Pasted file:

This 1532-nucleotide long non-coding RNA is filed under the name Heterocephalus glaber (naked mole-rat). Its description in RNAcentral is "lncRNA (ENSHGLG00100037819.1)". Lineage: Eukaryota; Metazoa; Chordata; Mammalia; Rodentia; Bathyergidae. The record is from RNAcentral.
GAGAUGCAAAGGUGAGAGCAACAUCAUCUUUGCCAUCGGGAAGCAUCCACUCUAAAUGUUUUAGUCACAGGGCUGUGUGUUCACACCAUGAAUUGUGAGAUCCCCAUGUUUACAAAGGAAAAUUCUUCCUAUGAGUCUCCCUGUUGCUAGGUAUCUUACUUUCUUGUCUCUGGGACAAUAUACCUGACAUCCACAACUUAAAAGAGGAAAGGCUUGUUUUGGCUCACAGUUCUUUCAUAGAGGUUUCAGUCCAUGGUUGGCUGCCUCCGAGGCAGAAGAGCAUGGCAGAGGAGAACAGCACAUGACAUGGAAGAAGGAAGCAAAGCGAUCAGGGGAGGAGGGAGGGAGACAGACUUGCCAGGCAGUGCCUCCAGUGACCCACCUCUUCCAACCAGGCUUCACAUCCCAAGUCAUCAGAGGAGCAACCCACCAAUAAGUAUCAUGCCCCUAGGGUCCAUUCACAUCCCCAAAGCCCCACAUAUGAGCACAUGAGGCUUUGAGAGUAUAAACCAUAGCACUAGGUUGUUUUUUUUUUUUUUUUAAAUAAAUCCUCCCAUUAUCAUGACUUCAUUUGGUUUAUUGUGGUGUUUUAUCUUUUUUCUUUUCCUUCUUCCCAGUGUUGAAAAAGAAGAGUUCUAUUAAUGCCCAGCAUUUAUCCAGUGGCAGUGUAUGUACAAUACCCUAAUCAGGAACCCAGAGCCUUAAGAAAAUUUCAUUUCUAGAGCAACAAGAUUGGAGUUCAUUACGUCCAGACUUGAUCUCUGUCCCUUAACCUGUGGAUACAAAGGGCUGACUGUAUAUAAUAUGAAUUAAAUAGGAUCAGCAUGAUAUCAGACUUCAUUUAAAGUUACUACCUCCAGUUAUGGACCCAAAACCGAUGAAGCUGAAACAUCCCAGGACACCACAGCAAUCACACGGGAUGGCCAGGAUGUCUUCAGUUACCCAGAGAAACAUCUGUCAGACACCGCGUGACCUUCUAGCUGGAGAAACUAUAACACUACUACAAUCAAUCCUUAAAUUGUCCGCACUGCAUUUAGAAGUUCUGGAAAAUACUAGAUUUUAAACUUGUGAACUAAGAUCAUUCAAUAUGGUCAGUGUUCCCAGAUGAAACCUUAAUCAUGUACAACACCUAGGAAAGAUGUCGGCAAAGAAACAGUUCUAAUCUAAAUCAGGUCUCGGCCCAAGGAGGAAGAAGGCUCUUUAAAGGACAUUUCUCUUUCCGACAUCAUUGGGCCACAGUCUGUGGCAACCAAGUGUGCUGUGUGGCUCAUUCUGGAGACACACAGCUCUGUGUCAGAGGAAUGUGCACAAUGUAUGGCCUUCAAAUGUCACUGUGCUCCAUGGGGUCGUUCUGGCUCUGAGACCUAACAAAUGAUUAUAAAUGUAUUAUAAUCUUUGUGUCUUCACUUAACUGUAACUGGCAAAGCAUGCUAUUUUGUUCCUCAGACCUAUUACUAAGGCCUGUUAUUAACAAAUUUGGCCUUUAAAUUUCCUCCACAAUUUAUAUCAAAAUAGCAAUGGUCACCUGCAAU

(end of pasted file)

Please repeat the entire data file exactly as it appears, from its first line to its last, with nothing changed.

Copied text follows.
This 1532-nucleotide long non-coding RNA is filed under the name Heterocephalus glaber (naked mole-rat). Its description in RNAcentral is "lncRNA (ENSHGLG00100037819.1)". Lineage: Eukaryota; Metazoa; Chordata; Mammalia; Rodentia; Bathyergidae. The record is from RNAcentral.
GAGAUGCAAAGGUGAGAGCAACAUCAUCUUUGCCAUCGGGAAGCAUCCACUCUAAAUGUUUUAGUCACAGGGCUGUGUGUUCACACCAUGAAUUGUGAGAUCCCCAUGUUUACAAAGGAAAAUUCUUCCUAUGAGUCUCCCUGUUGCUAGGUAUCUUACUUUCUUGUCUCUGGGACAAUAUACCUGACAUCCACAACUUAAAAGAGGAAAGGCUUGUUUUGGCUCACAGUUCUUUCAUAGAGGUUUCAGUCCAUGGUUGGCUGCCUCCGAGGCAGAAGAGCAUGGCAGAGGAGAACAGCACAUGACAUGGAAGAAGGAAGCAAAGCGAUCAGGGGAGGAGGGAGGGAGACAGACUUGCCAGGCAGUGCCUCCAGUGACCCACCUCUUCCAACCAGGCUUCACAUCCCAAGUCAUCAGAGGAGCAACCCACCAAUAAGUAUCAUGCCCCUAGGGUCCAUUCACAUCCCCAAAGCCCCACAUAUGAGCACAUGAGGCUUUGAGAGUAUAAACCAUAGCACUAGGUUGUUUUUUUUUUUUUUUUAAAUAAAUCCUCCCAUUAUCAUGACUUCAUUUGGUUUAUUGUGGUGUUUUAUCUUUUUUCUUUUCCUUCUUCCCAGUGUUGAAAAAGAAGAGUUCUAUUAAUGCCCAGCAUUUAUCCAGUGGCAGUGUAUGUACAAUACCCUAAUCAGGAACCCAGAGCCUUAAGAAAAUUUCAUUUCUAGAGCAACAAGAUUGGAGUUCAUUACGUCCAGACUUGAUCUCUGUCCCUUAACCUGUGGAUACAAAGGGCUGACUGUAUAUAAUAUGAAUUAAAUAGGAUCAGCAUGAUAUCAGACUUCAUUUAAAGUUACUACCUCCAGUUAUGGACCCAAAACCGAUGAAGCUGAAACAUCCCAGGACACCACAGCAAUCACACGGGAUGGCCAGGAUGUCUUCAGUUACCCAGAGAAACAUCUGUCAGACACCGCGUGACCUUCUAGCUGGAGAAACUAUAACACUACUACAAUCAAUCCUUAAAUUGUCCGCACUGCAUUUAGAAGUUCUGGAAAAUACUAGAUUUUAAACUUGUGAACUAAGAUCAUUCAAUAUGGUCAGUGUUCCCAGAUGAAACCUUAAUCAUGUACAACACCUAGGAAAGAUGUCGGCAAAGAAACAGUUCUAAUCUAAAUCAGGUCUCGGCCCAAGGAGGAAGAAGGCUCUUUAAAGGACAUUUCUCUUUCCGACAUCAUUGGGCCACAGUCUGUGGCAACCAAGUGUGCUGUGUGGCUCAUUCUGGAGACACACAGCUCUGUGUCAGAGGAAUGUGCACAAUGUAUGGCCUUCAAAUGUCACUGUGCUCCAUGGGGUCGUUCUGGCUCUGAGACCUAACAAAUGAUUAUAAAUGUAUUAUAAUCUUUGUGUCUUCACUUAACUGUAACUGGCAAAGCAUGCUAUUUUGUUCCUCAGACCUAUUACUAAGGCCUGUUAUUAACAAAUUUGGCCUUUAAAUUUCCUCCACAAUUUAUAUCAAAAUAGCAAUGGUCACCUGCAAU